Recognized object outlines and stitch values are stored as object properties in the software. This means you can scale and transform recognized designs in the usual way. Stitches are recalculated for recognized outlines but not for manual objects.
File recognition options
By default, machine files are converted to object shapes (EMB Grade C) upon opening. If you want the software to leave your machine files as individual stitches, or 'manual objects', turn on the 'leave stitches' option in the Embroidery Settings > Design tab.
Convert stitches on opening
Alternatively, if you want to convert machine files on a case-by-case basis, you can choose to convert at the time of opening via the Open Options dialog. This can be accessed via the Options button in the Open Design dialog.
Alternatively, even after opening a machine file, you can recognize stitch blocks as objects by selecting Recognize Stitches from the Edit menu.
There are two types of embroidery file format:
|Design:||Design files, also known as ‘outline’ or 'all-in-one' files usually contain digitized shapes and lines, selected stitch types and stitch values and effects.|
|Machine:||Machine files, also known as ‘stitch’ files contain only stitches and machine functions and are suited to specific embroidery machines.|
While design files are broadly classified as ‘embroidery’ (outline) or ‘machine’ (stitch), the software internally tags files as belonging to one of four types – native design (A), imported outlines (B), processed stitches (C), or imported stitches (D). These are summarized as follows:
|A||Native design||Native EMB designs as well as ART and JAN files are all ‘Grade A’ design formats read and written by the software. They are called ‘Grade A’ because they contain a complete set of design information in a single file – object outlines, properties, stitches, thread colors, thumbnail image, and comments. It goes without saying that only Grade A files provide 100% perfect scaling and transformation.|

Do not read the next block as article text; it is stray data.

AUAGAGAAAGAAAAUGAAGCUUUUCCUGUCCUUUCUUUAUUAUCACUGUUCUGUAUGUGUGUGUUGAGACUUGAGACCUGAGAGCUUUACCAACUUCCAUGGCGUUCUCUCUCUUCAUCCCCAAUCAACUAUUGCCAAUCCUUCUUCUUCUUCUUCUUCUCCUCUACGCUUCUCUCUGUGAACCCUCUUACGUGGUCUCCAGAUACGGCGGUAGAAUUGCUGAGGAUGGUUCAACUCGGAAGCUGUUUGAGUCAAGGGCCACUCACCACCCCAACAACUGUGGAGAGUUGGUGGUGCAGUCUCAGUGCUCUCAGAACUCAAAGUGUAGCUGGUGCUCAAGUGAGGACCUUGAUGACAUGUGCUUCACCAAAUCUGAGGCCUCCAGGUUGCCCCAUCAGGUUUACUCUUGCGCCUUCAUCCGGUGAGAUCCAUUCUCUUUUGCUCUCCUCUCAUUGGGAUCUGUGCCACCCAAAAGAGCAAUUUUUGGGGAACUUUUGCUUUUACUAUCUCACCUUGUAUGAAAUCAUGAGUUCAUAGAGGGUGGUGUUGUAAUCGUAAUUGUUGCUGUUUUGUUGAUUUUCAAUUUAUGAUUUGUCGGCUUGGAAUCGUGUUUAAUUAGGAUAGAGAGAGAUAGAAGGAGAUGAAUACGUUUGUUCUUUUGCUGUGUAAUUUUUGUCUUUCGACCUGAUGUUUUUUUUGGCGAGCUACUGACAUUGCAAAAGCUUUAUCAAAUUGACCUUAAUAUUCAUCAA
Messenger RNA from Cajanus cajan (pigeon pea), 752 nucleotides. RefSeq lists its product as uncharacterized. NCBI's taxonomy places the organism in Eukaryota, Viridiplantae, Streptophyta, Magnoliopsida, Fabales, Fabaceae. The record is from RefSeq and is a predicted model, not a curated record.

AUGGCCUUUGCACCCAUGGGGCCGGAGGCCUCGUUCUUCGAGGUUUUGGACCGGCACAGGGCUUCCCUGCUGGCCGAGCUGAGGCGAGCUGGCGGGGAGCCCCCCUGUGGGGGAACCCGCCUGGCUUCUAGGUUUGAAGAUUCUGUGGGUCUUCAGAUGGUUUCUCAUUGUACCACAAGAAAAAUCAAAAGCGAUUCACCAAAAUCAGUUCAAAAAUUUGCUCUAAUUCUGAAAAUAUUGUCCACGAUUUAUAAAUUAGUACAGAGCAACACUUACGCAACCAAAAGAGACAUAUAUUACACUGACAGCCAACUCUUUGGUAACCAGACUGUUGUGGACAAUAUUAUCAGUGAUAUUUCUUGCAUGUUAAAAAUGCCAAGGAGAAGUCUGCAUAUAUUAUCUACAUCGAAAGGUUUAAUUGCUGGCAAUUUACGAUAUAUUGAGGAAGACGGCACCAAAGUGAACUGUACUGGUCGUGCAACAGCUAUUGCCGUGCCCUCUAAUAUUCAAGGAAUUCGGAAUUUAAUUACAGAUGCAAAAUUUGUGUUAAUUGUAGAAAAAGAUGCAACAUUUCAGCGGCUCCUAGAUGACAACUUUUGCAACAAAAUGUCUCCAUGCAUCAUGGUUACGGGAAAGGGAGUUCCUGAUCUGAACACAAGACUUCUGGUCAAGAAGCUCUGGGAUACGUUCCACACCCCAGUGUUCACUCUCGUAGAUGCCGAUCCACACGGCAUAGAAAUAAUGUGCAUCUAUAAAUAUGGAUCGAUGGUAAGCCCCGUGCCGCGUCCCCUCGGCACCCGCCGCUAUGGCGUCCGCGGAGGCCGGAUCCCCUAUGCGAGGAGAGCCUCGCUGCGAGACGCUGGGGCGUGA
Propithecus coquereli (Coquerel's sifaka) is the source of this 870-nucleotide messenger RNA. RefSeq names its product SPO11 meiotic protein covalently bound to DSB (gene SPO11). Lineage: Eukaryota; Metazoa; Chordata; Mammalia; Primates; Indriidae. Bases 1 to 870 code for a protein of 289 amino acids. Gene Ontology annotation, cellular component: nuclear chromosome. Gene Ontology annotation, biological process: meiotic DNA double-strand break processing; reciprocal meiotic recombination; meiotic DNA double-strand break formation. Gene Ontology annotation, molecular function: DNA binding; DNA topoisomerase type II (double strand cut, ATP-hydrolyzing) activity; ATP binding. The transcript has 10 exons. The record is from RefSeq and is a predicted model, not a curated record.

|B||Imported outlines||Designs read from an outline format such as CND / GNC and saved in ART / EMB / JAN format. Such designs cannot be read directly by the software but once converted, they are treated as Grade B designs.|
|C||Processed stitches||Designs read from machine files – EXP, DST, PES, etc – where stitches have been converted to objects. Such converted files may have limitations in resizing.|
|Designs read from stitch files, where outlines may or may not have been recognized, but stitches have not been regenerated through stitch processing. Note, however, that if you change a stitch design – e.g. add a lettering object – the status changes to ‘Processed Stitches’ even though the imported stitches may not have been regenerated. Such files are not generally suited to resizing.|
For information about the source of an embroidery file, refer to the Design tab of the Design Information docker.